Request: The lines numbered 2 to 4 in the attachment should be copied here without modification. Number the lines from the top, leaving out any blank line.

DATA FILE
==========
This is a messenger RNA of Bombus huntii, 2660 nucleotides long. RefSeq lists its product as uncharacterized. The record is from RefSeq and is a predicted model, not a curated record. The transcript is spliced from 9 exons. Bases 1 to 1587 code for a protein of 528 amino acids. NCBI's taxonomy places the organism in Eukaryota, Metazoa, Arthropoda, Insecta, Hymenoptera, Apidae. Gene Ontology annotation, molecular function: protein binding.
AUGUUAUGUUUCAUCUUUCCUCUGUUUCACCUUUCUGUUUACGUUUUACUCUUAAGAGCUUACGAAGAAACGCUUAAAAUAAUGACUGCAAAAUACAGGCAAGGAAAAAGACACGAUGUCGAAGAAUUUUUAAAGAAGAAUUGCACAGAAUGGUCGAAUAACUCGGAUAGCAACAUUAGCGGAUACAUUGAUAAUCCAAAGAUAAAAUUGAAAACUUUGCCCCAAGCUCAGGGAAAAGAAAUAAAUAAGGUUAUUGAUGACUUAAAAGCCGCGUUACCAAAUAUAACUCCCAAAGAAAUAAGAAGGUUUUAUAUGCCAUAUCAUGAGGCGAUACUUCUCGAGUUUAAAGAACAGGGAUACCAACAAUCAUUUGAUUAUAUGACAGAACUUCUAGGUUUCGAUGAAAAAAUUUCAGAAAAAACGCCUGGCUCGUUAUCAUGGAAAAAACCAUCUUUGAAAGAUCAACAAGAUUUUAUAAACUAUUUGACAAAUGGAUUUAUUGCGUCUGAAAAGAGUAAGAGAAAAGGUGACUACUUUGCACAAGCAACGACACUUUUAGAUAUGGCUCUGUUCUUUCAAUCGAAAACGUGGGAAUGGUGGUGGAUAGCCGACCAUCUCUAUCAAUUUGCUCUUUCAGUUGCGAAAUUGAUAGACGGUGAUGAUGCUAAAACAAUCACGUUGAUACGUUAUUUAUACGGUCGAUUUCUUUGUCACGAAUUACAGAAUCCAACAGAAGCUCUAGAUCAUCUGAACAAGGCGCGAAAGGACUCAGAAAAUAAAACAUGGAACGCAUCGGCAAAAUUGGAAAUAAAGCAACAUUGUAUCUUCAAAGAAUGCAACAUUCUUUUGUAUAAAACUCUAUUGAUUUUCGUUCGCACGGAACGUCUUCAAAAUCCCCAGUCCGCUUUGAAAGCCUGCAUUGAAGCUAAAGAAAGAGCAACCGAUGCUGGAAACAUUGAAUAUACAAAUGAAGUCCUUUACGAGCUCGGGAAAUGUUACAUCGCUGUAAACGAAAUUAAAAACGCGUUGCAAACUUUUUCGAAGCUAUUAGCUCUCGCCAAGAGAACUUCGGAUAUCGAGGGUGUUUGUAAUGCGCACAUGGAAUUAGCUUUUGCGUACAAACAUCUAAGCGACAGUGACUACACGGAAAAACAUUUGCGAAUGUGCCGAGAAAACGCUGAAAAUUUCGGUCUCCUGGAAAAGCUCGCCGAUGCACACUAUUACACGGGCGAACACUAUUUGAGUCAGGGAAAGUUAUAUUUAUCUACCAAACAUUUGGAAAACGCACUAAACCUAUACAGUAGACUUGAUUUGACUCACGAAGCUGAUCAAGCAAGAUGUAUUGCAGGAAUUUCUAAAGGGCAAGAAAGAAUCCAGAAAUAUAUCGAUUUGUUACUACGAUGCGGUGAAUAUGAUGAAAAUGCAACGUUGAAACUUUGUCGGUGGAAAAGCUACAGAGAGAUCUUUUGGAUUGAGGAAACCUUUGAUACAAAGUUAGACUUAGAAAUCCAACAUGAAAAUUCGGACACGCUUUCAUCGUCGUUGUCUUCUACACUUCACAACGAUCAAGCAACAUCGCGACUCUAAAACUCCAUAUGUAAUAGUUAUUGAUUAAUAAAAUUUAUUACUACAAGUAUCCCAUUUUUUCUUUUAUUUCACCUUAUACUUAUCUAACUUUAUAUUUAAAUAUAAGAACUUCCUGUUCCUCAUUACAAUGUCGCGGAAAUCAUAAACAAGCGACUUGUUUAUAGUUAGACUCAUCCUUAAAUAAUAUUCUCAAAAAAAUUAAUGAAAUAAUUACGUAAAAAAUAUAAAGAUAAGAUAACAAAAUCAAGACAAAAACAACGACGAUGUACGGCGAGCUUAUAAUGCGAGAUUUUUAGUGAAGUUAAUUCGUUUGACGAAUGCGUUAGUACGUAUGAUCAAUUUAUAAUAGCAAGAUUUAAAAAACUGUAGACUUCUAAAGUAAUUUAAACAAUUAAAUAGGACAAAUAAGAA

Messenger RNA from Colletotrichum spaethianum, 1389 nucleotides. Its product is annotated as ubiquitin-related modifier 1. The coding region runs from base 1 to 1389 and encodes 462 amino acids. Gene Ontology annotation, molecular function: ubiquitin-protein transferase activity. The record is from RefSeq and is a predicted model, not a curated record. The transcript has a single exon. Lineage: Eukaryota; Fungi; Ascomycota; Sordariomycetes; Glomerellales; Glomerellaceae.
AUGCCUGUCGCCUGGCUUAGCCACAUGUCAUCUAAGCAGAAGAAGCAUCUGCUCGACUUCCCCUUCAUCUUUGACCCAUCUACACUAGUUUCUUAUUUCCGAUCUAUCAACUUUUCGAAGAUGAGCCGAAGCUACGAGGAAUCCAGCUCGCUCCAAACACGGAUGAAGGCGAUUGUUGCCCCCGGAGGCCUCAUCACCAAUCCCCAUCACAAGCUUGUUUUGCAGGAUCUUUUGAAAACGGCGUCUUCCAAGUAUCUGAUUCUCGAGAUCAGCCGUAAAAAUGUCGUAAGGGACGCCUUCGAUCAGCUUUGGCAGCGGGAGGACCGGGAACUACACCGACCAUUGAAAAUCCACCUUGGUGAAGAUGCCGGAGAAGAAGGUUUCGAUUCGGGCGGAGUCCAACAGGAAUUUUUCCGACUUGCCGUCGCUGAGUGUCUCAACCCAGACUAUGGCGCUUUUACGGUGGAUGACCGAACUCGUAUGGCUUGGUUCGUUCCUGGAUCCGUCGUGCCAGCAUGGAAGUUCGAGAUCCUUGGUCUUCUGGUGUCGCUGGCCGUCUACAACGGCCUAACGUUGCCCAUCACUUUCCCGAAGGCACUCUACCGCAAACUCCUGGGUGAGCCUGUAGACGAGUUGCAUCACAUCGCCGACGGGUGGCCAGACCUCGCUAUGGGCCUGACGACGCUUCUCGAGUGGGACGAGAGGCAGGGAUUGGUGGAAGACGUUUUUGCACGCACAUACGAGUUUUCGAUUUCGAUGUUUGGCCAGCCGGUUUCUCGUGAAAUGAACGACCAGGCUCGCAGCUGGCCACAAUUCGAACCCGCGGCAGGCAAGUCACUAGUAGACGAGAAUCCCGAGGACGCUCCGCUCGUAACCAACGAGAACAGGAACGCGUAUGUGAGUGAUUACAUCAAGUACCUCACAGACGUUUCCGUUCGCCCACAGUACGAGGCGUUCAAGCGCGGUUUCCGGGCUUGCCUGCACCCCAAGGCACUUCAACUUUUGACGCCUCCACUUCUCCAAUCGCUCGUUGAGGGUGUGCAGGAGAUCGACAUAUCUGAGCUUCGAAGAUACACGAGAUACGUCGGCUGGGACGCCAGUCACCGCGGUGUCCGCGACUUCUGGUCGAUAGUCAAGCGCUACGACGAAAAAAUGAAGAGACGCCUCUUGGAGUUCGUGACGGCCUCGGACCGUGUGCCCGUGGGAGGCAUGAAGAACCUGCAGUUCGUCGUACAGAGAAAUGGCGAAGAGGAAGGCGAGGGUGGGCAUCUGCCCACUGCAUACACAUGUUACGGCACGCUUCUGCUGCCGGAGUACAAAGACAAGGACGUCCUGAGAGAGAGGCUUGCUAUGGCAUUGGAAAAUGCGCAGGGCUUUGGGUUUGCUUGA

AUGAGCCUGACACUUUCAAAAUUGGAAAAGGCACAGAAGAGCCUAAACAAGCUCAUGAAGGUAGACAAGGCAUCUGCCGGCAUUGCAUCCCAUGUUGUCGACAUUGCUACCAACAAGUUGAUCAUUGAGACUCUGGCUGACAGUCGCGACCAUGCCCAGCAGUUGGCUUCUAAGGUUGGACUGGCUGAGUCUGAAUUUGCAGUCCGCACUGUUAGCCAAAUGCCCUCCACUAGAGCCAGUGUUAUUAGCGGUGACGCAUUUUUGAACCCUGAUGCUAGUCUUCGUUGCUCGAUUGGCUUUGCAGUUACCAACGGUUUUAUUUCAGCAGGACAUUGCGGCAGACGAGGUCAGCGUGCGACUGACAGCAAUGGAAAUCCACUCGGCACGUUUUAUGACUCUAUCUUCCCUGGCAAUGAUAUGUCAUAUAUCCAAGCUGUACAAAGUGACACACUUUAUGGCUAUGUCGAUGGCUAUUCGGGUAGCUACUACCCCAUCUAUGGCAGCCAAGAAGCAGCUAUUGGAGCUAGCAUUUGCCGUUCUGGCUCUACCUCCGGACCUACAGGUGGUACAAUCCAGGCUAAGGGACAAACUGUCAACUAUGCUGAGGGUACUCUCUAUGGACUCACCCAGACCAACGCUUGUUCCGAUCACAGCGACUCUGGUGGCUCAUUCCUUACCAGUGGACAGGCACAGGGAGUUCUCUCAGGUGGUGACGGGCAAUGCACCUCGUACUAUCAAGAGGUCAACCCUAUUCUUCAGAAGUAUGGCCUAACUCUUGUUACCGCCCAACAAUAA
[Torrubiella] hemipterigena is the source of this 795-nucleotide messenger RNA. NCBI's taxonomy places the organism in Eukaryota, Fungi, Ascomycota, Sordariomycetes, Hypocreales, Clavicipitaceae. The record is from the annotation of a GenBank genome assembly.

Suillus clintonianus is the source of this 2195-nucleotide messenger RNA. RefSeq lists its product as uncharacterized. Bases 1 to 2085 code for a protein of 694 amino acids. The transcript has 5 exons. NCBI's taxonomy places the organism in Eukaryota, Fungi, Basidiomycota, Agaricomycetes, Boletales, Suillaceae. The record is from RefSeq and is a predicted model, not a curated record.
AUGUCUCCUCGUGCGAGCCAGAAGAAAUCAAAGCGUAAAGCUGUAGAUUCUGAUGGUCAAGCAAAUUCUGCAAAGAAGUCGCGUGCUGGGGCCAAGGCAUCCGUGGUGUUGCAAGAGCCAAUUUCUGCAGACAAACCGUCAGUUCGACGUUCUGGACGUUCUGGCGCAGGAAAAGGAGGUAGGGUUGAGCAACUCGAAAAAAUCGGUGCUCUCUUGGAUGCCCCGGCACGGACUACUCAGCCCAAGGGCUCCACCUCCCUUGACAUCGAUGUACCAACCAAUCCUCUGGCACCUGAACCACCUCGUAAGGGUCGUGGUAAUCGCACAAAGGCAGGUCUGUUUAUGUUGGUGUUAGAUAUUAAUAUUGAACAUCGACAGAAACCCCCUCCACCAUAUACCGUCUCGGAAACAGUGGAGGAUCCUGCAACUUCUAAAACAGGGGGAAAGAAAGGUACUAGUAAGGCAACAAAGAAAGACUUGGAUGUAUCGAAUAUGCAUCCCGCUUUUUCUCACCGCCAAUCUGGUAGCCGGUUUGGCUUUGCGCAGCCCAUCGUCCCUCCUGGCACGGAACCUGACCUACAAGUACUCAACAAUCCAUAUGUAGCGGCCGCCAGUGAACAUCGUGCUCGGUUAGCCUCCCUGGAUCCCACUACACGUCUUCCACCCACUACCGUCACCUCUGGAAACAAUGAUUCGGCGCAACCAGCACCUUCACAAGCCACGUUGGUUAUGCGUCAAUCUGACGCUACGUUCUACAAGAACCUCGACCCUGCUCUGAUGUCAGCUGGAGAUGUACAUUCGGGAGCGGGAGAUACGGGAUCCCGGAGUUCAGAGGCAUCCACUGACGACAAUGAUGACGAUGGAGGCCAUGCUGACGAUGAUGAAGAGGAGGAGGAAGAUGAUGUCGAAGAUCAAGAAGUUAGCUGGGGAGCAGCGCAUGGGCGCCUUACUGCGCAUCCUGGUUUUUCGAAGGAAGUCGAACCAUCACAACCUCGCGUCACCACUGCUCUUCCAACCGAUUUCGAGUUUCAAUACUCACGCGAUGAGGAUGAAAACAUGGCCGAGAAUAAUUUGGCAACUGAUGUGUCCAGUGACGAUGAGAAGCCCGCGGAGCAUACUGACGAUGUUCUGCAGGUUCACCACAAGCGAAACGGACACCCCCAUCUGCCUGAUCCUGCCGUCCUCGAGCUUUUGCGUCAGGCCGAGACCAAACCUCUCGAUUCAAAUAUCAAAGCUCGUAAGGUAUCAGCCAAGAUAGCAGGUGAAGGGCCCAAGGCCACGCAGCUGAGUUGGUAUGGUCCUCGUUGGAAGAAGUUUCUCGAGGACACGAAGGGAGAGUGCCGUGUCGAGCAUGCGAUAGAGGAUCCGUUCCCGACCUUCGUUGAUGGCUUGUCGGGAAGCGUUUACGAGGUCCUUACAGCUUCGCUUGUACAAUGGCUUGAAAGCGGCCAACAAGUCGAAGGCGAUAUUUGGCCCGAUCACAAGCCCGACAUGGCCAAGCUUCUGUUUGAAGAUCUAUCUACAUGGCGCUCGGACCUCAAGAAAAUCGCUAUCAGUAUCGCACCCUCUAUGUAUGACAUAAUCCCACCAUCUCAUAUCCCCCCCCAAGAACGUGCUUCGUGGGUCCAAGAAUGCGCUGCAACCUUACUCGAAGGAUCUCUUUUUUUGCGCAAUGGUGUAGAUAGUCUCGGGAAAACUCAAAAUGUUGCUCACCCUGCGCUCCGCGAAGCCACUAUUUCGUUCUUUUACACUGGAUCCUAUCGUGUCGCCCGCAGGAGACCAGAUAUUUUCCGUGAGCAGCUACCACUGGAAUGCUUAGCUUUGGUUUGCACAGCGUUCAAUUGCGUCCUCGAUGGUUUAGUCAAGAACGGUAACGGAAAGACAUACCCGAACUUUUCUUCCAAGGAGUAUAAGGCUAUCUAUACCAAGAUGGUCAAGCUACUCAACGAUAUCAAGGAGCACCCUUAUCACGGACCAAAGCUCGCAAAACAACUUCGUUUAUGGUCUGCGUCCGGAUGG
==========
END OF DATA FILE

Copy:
AUGUUAUGUUUCAUCUUUCCUCUGUUUCACCUUUCUGUUUACGUUUUACUCUUAAGAGCUUACGAAGAAACGCUUAAAAUAAUGACUGCAAAAUACAGGCAAGGAAAAAGACACGAUGUCGAAGAAUUUUUAAAGAAGAAUUGCACAGAAUGGUCGAAUAACUCGGAUAGCAACAUUAGCGGAUACAUUGAUAAUCCAAAGAUAAAAUUGAAAACUUUGCCCCAAGCUCAGGGAAAAGAAAUAAAUAAGGUUAUUGAUGACUUAAAAGCCGCGUUACCAAAUAUAACUCCCAAAGAAAUAAGAAGGUUUUAUAUGCCAUAUCAUGAGGCGAUACUUCUCGAGUUUAAAGAACAGGGAUACCAACAAUCAUUUGAUUAUAUGACAGAACUUCUAGGUUUCGAUGAAAAAAUUUCAGAAAAAACGCCUGGCUCGUUAUCAUGGAAAAAACCAUCUUUGAAAGAUCAACAAGAUUUUAUAAACUAUUUGACAAAUGGAUUUAUUGCGUCUGAAAAGAGUAAGAGAAAAGGUGACUACUUUGCACAAGCAACGACACUUUUAGAUAUGGCUCUGUUCUUUCAAUCGAAAACGUGGGAAUGGUGGUGGAUAGCCGACCAUCUCUAUCAAUUUGCUCUUUCAGUUGCGAAAUUGAUAGACGGUGAUGAUGCUAAAACAAUCACGUUGAUACGUUAUUUAUACGGUCGAUUUCUUUGUCACGAAUUACAGAAUCCAACAGAAGCUCUAGAUCAUCUGAACAAGGCGCGAAAGGACUCAGAAAAUAAAACAUGGAACGCAUCGGCAAAAUUGGAAAUAAAGCAACAUUGUAUCUUCAAAGAAUGCAACAUUCUUUUGUAUAAAACUCUAUUGAUUUUCGUUCGCACGGAACGUCUUCAAAAUCCCCAGUCCGCUUUGAAAGCCUGCAUUGAAGCUAAAGAAAGAGCAACCGAUGCUGGAAACAUUGAAUAUACAAAUGAAGUCCUUUACGAGCUCGGGAAAUGUUACAUCGCUGUAAACGAAAUUAAAAACGCGUUGCAAACUUUUUCGAAGCUAUUAGCUCUCGCCAAGAGAACUUCGGAUAUCGAGGGUGUUUGUAAUGCGCACAUGGAAUUAGCUUUUGCGUACAAACAUCUAAGCGACAGUGACUACACGGAAAAACAUUUGCGAAUGUGCCGAGAAAACGCUGAAAAUUUCGGUCUCCUGGAAAAGCUCGCCGAUGCACACUAUUACACGGGCGAACACUAUUUGAGUCAGGGAAAGUUAUAUUUAUCUACCAAACAUUUGGAAAACGCACUAAACCUAUACAGUAGACUUGAUUUGACUCACGAAGCUGAUCAAGCAAGAUGUAUUGCAGGAAUUUCUAAAGGGCAAGAAAGAAUCCAGAAAUAUAUCGAUUUGUUACUACGAUGCGGUGAAUAUGAUGAAAAUGCAACGUUGAAACUUUGUCGGUGGAAAAGCUACAGAGAGAUCUUUUGGAUUGAGGAAACCUUUGAUACAAAGUUAGACUUAGAAAUCCAACAUGAAAAUUCGGACACGCUUUCAUCGUCGUUGUCUUCUACACUUCACAACGAUCAAGCAACAUCGCGACUCUAAAACUCCAUAUGUAAUAGUUAUUGAUUAAUAAAAUUUAUUACUACAAGUAUCCCAUUUUUUCUUUUAUUUCACCUUAUACUUAUCUAACUUUAUAUUUAAAUAUAAGAACUUCCUGUUCCUCAUUACAAUGUCGCGGAAAUCAUAAACAAGCGACUUGUUUAUAGUUAGACUCAUCCUUAAAUAAUAUUCUCAAAAAAAUUAAUGAAAUAAUUACGUAAAAAAUAUAAAGAUAAGAUAACAAAAUCAAGACAAAAACAACGACGAUGUACGGCGAGCUUAUAAUGCGAGAUUUUUAGUGAAGUUAAUUCGUUUGACGAAUGCGUUAGUACGUAUGAUCAAUUUAUAAUAGCAAGAUUUAAAAAACUGUAGACUUCUAAAGUAAUUUAAACAAUUAAAUAGGACAAAUAAGAA

Messenger RNA from Colletotrichum spaethianum, 1389 nucleotides. Its product is annotated as ubiquitin-related modifier 1. The coding region runs from base 1 to 1389 and encodes 462 amino acids. Gene Ontology annotation, molecular function: ubiquitin-protein transferase activity. The record is from RefSeq and is a predicted model, not a curated record. The transcript has a single exon. Lineage: Eukaryota; Fungi; Ascomycota; Sordariomycetes; Glomerellales; Glomerellaceae.
AUGCCUGUCGCCUGGCUUAGCCACAUGUCAUCUAAGCAGAAGAAGCAUCUGCUCGACUUCCCCUUCAUCUUUGACCCAUCUACACUAGUUUCUUAUUUCCGAUCUAUCAACUUUUCGAAGAUGAGCCGAAGCUACGAGGAAUCCAGCUCGCUCCAAACACGGAUGAAGGCGAUUGUUGCCCCCGGAGGCCUCAUCACCAAUCCCCAUCACAAGCUUGUUUUGCAGGAUCUUUUGAAAACGGCGUCUUCCAAGUAUCUGAUUCUCGAGAUCAGCCGUAAAAAUGUCGUAAGGGACGCCUUCGAUCAGCUUUGGCAGCGGGAGGACCGGGAACUACACCGACCAUUGAAAAUCCACCUUGGUGAAGAUGCCGGAGAAGAAGGUUUCGAUUCGGGCGGAGUCCAACAGGAAUUUUUCCGACUUGCCGUCGCUGAGUGUCUCAACCCAGACUAUGGCGCUUUUACGGUGGAUGACCGAACUCGUAUGGCUUGGUUCGUUCCUGGAUCCGUCGUGCCAGCAUGGAAGUUCGAGAUCCUUGGUCUUCUGGUGUCGCUGGCCGUCUACAACGGCCUAACGUUGCCCAUCACUUUCCCGAAGGCACUCUACCGCAAACUCCUGGGUGAGCCUGUAGACGAGUUGCAUCACAUCGCCGACGGGUGGCCAGACCUCGCUAUGGGCCUGACGACGCUUCUCGAGUGGGACGAGAGGCAGGGAUUGGUGGAAGACGUUUUUGCACGCACAUACGAGUUUUCGAUUUCGAUGUUUGGCCAGCCGGUUUCUCGUGAAAUGAACGACCAGGCUCGCAGCUGGCCACAAUUCGAACCCGCGGCAGGCAAGUCACUAGUAGACGAGAAUCCCGAGGACGCUCCGCUCGUAACCAACGAGAACAGGAACGCGUAUGUGAGUGAUUACAUCAAGUACCUCACAGACGUUUCCGUUCGCCCACAGUACGAGGCGUUCAAGCGCGGUUUCCGGGCUUGCCUGCACCCCAAGGCACUUCAACUUUUGACGCCUCCACUUCUCCAAUCGCUCGUUGAGGGUGUGCAGGAGAUCGACAUAUCUGAGCUUCGAAGAUACACGAGAUACGUCGGCUGGGACGCCAGUCACCGCGGUGUCCGCGACUUCUGGUCGAUAGUCAAGCGCUACGACGAAAAAAUGAAGAGACGCCUCUUGGAGUUCGUGACGGCCUCGGACCGUGUGCCCGUGGGAGGCAUGAAGAACCUGCAGUUCGUCGUACAGAGAAAUGGCGAAGAGGAAGGCGAGGGUGGGCAUCUGCCCACUGCAUACACAUGUUACGGCACGCUUCUGCUGCCGGAGUACAAAGACAAGGACGUCCUGAGAGAGAGGCUUGCUAUGGCAUUGGAAAAUGCGCAGGGCUUUGGGUUUGCUUGA